Bass soloist Jan-Hendrik Rootering sings with utter sincerity. In the Babi Yar lines that identify the poet with the denounced and persecuted Jews throughout history, Rootering conveys a heartfelt sense of humanity and deep personal injury. His voice also possesses a curiously turbulent quality that keeps the line fluid and engaging. At the same time there are moments in the first two movements where the weight and intensity of chorus and orchestra are at odds with his mellow bass tones. His voice is more a vessel of vulnerability and volatility, and as such lacks the outward projection needed to capture the anger and outrage in Yevtushenko’s charged verses. Some of the irony of the Humour movement, already somewhat diluted by the elongated tempi, seems to be lost on him.
Rootering is better suited to the settings of the latter half of the symphony, particularly with At The Store, which calls for expressions of compassion rather than moral indignation. He embraces these verses about women enduring daily hardships with exquisite sensitivity. He achieves rare poignancy in the tender passage with falling glissandi that leads to the powerful choral and orchestral climax. The broadly-paced percussive strokes on the part of the orchestra in the climactic aftermath provide a stunning affirmation. A finer rendition of this movement would be hard to find. In the subsequent Fears movement, Rootering’s wide vibrato set against the eerily trilling strings creates a most effective atmosphere of foreboding. Nowhere else but in the Wigglesworth version will we find the chorus’ gradual crescendo in the Soviet-style military march spanning such a wide dynamic range and reaching such a stirring peak. Rootering may not meet everyone’s expectations in the first half of the symphony, but Wigglesworth realizes his unique vision of the work superbly.”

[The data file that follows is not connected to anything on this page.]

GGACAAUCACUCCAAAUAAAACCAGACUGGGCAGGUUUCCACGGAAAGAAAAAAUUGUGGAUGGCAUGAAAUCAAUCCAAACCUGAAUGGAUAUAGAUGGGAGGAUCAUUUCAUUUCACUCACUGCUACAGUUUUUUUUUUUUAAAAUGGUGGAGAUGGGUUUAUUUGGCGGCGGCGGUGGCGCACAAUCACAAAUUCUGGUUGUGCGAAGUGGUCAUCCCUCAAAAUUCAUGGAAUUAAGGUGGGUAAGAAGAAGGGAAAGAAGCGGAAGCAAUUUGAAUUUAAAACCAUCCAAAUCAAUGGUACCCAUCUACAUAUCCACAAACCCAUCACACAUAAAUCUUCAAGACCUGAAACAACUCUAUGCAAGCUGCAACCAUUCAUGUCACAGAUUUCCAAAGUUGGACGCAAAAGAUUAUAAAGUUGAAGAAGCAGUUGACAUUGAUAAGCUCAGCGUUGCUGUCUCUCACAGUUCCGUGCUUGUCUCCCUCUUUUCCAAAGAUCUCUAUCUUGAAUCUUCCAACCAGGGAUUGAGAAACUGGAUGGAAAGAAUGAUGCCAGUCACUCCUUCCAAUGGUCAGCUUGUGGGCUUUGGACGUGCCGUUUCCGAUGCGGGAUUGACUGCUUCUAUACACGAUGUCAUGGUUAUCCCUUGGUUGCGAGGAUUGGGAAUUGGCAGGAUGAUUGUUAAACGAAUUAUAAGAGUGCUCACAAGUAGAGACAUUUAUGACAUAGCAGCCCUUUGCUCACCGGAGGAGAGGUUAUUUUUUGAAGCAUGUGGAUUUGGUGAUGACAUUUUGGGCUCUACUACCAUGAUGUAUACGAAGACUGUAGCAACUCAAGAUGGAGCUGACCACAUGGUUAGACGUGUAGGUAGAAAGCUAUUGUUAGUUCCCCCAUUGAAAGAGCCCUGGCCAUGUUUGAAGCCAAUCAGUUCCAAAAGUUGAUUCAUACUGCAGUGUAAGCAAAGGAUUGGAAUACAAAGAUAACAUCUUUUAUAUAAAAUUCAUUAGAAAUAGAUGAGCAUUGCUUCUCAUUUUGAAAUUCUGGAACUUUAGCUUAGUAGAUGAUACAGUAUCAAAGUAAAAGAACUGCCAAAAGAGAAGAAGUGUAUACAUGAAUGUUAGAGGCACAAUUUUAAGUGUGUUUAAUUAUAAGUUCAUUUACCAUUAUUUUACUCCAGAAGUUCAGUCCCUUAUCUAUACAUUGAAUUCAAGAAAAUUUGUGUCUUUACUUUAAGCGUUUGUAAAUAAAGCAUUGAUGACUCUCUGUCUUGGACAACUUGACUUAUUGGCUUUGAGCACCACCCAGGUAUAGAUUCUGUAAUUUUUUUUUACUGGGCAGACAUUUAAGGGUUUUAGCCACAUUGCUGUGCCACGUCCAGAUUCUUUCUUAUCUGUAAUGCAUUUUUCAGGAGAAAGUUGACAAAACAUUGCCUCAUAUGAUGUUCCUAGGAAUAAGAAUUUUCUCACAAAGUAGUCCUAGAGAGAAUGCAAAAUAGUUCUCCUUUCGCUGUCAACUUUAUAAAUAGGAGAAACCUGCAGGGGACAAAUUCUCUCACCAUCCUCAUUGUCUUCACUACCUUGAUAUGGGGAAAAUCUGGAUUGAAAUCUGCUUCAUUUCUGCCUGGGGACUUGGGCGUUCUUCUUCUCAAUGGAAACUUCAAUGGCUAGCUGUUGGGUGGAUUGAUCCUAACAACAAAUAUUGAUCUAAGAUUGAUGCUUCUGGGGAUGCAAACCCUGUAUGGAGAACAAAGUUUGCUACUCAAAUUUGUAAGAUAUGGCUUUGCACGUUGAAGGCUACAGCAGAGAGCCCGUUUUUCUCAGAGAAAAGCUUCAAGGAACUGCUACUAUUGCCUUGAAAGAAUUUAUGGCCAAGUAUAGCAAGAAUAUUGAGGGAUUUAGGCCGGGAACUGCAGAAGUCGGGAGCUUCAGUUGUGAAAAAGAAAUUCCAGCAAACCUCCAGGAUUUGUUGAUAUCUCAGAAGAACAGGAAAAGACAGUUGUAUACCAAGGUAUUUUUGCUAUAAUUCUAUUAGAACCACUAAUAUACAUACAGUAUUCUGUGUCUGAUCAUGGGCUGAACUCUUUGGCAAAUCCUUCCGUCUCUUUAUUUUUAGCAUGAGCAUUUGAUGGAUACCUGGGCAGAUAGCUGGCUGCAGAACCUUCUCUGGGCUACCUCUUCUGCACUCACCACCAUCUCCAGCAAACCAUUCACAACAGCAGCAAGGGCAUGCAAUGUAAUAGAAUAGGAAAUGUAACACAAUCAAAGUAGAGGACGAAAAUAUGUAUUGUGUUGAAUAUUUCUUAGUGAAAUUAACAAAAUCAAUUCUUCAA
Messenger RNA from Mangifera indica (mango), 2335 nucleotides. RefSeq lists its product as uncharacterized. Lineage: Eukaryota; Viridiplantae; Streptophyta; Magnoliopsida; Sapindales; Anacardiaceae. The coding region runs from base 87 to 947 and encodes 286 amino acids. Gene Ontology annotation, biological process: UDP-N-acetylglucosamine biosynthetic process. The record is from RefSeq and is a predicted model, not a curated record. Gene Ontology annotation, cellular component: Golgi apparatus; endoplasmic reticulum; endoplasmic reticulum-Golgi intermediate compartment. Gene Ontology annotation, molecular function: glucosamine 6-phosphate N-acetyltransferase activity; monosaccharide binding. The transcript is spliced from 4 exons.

Louis Blois, DSCH, November 2006
“You can tell much about a conductor’s devotion to Shostakovich’s most outspoken protest-symphony from the opening bars. Here, in the middle distance of a recording rich on perspectives (both in its super-audio and standard formats), woodwind and muted brass proclaim a smooth, stalking objectivity. Wigglesworth immediately extends his spacious authority, in a cycle which so far deserves respect and admiration, to his Dutch soloist and chorus. Jan-Hendrik Rootering, a thoughtful Hans Sachs in Wigglesworth’s Covent Garden run of Die Meistersinger, goes farther than any bass I’ve heard in introspective warmth of phrasing at the heart of the Symphony, a heartbreaking setting of poet Yevtushenko’s salute to the enduring women of Soviet Russia. That quality, along with the veiled orchestral lines and the discreet percussion taps, only make the climax at the words ‘it is shameful to short-change them! It is sinful to short-weight them!’ the more overwhelming. As with the Symphony’s other tidal-wave crescendos, the professional weight of Simon Halsey’s Netherlands Radio Choir basses brings burnished focus to savage indignation, eased only by tender Netherlands Philharmonic soloists in the final balm of grace. The performance may not quite have the searing authenticity in every bar evinced by Barshai’s Cologne Babi Yar – Wigglesworth, I’m sure, would be the first to bow before those who lived through the events so baldly evoked – but it’s a noble effort all the same.”
David Nice, BBC Music Magazine, October 2006